The external power supplies that most makes of laptops (including Apple) are supplied with are switched-mode, i.e. do not have 50/60Hz mains transformers, so do not cause hum in the traditional sense. However, they also are mostly designed to run without a ground connected, and this is likely to be what is causing the problem. I would run a separate ground wire from a connection on the chassis of the Duet to a known good earth in your house. This may involve clamping a copper ring round a rising water pipe.
     
    kmetal likes this.
  6. DonnyThompson

    DonnyThompson Distinguished Member

    In my basement, directly under the breaker panel, is a steel rod, 3 inches out from the foundation wall, and poking up out of the cement floor by about 6 inches, it's about 2 inches in diameter, with a copper clamp-ring attached.

    When I moved in 24 years ago, I had the house professionally rewired for 200 amp service, and I asked the electrician if the rod was by chance a grounding stake. He told me that this was exactly what it was; I asked him how far he thought the rod went down, and he told me that he'd heard of some grounding rods going down as deep as 20 feet below the basement floor, mainly in older homes where water came from a well on the property, and the pipes that came in from the well outside weren't buried deep enough, which is exactly what my situation is.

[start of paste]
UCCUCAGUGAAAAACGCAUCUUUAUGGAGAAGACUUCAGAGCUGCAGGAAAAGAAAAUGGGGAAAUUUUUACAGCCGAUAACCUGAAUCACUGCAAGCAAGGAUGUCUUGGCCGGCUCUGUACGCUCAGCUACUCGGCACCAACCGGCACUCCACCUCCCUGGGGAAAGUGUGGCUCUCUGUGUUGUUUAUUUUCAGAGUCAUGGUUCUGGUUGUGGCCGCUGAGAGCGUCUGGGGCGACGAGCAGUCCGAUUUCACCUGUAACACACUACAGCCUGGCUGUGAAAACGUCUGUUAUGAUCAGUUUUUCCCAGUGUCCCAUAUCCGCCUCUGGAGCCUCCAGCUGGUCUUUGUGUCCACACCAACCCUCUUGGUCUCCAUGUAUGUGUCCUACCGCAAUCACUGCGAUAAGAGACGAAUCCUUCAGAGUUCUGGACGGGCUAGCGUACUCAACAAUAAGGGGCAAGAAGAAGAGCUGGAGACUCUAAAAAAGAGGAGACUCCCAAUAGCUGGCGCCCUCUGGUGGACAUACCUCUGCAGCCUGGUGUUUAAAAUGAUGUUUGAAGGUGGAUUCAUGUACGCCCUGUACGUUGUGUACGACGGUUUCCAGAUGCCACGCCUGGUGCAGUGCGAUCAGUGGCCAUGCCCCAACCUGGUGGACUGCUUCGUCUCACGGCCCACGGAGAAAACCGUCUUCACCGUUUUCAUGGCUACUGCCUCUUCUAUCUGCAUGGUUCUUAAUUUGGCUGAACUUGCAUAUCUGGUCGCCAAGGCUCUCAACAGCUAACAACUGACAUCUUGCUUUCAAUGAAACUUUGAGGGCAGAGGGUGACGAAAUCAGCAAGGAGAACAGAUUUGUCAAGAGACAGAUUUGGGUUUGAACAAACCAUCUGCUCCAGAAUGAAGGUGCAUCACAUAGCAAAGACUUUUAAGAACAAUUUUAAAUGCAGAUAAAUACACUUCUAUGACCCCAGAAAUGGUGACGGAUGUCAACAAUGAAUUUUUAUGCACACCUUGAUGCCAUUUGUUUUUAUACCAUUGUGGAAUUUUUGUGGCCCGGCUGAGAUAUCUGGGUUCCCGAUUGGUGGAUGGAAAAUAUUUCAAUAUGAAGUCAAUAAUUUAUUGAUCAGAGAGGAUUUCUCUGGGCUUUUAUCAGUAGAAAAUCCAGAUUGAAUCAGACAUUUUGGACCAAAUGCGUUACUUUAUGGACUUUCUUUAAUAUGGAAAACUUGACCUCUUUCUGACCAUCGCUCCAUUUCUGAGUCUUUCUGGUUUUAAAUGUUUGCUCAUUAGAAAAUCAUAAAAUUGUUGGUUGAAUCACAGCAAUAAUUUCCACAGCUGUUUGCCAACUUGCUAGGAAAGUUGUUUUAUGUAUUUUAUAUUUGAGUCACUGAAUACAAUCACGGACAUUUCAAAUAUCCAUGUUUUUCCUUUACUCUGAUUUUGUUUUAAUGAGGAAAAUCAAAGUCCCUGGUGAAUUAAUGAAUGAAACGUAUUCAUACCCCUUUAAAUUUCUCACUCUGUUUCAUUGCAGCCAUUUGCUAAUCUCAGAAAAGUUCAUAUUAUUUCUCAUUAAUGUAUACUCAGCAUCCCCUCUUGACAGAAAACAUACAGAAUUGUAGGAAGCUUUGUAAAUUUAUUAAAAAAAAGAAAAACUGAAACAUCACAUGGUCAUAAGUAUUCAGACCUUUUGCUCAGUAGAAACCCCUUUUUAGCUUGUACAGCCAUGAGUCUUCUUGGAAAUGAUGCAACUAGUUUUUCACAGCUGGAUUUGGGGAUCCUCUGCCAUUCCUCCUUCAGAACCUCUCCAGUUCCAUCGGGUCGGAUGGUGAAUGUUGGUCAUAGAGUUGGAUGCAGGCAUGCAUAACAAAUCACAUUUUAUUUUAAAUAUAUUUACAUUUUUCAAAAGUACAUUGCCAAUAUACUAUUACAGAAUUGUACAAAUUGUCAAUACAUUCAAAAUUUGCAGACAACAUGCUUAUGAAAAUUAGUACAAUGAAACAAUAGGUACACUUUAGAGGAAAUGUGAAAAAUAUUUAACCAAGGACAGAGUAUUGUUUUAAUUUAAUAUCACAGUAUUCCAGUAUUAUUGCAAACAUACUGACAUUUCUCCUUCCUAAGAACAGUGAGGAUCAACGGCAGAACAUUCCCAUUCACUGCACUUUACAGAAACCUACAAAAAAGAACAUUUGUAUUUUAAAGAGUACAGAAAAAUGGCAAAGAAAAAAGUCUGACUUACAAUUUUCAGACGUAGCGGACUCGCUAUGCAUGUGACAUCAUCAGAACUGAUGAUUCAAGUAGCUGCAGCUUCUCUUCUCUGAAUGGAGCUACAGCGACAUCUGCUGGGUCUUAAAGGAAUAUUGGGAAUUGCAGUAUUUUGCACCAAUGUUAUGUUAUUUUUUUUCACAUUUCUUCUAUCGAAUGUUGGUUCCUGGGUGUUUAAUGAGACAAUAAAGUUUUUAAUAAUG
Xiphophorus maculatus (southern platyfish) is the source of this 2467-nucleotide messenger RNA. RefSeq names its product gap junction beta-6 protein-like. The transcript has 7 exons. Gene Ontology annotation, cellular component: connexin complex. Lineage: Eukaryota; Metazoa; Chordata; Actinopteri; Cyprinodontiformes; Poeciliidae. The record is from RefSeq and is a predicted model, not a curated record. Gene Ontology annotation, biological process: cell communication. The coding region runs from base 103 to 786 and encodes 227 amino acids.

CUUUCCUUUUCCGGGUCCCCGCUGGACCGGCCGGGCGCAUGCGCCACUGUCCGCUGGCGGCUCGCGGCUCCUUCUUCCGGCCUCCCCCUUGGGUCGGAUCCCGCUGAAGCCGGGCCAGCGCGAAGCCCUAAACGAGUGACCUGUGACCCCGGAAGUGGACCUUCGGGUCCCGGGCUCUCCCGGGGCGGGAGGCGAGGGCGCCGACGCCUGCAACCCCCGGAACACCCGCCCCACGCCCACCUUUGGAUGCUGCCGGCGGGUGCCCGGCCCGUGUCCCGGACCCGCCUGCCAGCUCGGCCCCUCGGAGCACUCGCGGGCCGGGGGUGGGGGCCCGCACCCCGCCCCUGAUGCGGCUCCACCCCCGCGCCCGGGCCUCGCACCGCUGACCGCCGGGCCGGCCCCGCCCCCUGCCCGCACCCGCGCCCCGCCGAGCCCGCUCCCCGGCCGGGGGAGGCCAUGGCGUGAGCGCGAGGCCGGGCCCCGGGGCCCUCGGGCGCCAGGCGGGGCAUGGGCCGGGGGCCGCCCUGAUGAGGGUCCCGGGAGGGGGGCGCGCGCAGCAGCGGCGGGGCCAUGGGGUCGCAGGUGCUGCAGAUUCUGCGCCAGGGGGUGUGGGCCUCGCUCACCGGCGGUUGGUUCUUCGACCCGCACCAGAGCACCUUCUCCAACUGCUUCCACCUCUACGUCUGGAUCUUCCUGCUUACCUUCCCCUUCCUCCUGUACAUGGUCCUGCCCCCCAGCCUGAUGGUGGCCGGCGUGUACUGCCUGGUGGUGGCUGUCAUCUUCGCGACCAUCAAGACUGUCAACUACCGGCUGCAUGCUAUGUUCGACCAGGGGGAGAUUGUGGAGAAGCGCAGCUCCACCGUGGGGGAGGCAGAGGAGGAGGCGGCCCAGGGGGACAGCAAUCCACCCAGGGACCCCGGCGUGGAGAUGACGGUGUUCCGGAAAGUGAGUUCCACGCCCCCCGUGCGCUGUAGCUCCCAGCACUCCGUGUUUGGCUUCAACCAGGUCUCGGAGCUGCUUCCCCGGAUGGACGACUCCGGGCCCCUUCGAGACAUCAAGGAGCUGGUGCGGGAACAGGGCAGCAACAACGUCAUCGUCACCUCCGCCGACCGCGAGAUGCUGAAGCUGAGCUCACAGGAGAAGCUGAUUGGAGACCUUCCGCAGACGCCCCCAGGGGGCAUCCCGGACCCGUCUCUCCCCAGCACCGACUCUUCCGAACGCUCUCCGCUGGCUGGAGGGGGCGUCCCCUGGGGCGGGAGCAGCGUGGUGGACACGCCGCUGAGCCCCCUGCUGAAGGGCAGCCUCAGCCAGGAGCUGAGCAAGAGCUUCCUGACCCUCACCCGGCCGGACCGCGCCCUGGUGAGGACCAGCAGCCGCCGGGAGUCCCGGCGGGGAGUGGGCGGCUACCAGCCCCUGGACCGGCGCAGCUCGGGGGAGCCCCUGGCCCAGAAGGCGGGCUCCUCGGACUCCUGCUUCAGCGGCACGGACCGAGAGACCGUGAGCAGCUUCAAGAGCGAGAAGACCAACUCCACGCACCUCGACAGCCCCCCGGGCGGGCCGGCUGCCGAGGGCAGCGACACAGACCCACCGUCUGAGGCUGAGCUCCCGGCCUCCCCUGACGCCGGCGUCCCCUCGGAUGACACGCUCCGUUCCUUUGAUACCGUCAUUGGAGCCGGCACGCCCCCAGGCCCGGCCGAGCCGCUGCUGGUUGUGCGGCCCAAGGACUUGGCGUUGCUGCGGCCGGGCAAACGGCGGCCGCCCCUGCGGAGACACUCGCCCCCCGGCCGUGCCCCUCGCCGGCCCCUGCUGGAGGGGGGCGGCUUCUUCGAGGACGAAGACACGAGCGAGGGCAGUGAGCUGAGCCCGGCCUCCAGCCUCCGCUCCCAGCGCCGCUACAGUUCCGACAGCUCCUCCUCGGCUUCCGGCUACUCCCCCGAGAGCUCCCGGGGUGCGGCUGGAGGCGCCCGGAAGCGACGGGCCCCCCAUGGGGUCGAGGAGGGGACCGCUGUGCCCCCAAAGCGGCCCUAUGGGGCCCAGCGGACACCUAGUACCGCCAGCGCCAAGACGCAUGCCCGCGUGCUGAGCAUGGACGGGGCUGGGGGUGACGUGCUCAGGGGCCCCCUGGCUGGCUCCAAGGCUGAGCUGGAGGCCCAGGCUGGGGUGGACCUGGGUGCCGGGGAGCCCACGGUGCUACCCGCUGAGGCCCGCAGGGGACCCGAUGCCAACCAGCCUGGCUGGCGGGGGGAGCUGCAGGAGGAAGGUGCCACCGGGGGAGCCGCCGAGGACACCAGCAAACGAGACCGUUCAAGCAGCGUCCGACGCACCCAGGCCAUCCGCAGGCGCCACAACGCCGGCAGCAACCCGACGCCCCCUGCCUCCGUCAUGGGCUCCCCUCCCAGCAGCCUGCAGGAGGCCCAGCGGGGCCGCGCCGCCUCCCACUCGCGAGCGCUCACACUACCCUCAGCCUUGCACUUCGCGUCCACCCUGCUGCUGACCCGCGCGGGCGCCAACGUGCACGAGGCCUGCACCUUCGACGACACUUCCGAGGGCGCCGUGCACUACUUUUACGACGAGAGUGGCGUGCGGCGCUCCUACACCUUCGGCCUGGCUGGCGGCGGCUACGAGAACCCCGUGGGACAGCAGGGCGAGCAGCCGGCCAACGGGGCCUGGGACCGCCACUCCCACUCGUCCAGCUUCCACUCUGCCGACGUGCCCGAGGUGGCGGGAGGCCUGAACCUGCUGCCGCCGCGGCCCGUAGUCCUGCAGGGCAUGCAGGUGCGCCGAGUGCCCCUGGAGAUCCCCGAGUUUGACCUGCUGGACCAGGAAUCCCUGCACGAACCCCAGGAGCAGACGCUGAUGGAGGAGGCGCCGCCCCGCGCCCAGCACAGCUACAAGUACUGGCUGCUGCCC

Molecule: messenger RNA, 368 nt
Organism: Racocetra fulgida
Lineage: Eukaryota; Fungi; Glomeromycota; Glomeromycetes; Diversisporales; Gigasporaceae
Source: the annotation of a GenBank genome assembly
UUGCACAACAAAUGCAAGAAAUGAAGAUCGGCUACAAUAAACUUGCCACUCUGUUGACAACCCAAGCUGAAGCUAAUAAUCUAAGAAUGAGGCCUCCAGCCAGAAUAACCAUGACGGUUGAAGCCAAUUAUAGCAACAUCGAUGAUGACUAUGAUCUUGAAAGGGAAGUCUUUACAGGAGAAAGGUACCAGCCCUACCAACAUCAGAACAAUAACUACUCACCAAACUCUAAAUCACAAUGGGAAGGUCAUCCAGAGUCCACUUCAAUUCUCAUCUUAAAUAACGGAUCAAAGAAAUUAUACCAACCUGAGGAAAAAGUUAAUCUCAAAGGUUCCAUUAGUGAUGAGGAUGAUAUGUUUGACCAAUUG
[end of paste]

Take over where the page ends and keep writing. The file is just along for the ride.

My house was built in '41, so I guess it's possible that it goes pretty deep. I also asked him if he was going to use the rod with the new breaker panel, and he told me that he absolutely was, because it would be a better ground than anything else he could fabricate or attach to.

    This was a long time ago, so I don't know if codes have changed since then. Maybe now they attach to a separate ground, outside the house, as part of the utility pole at the street.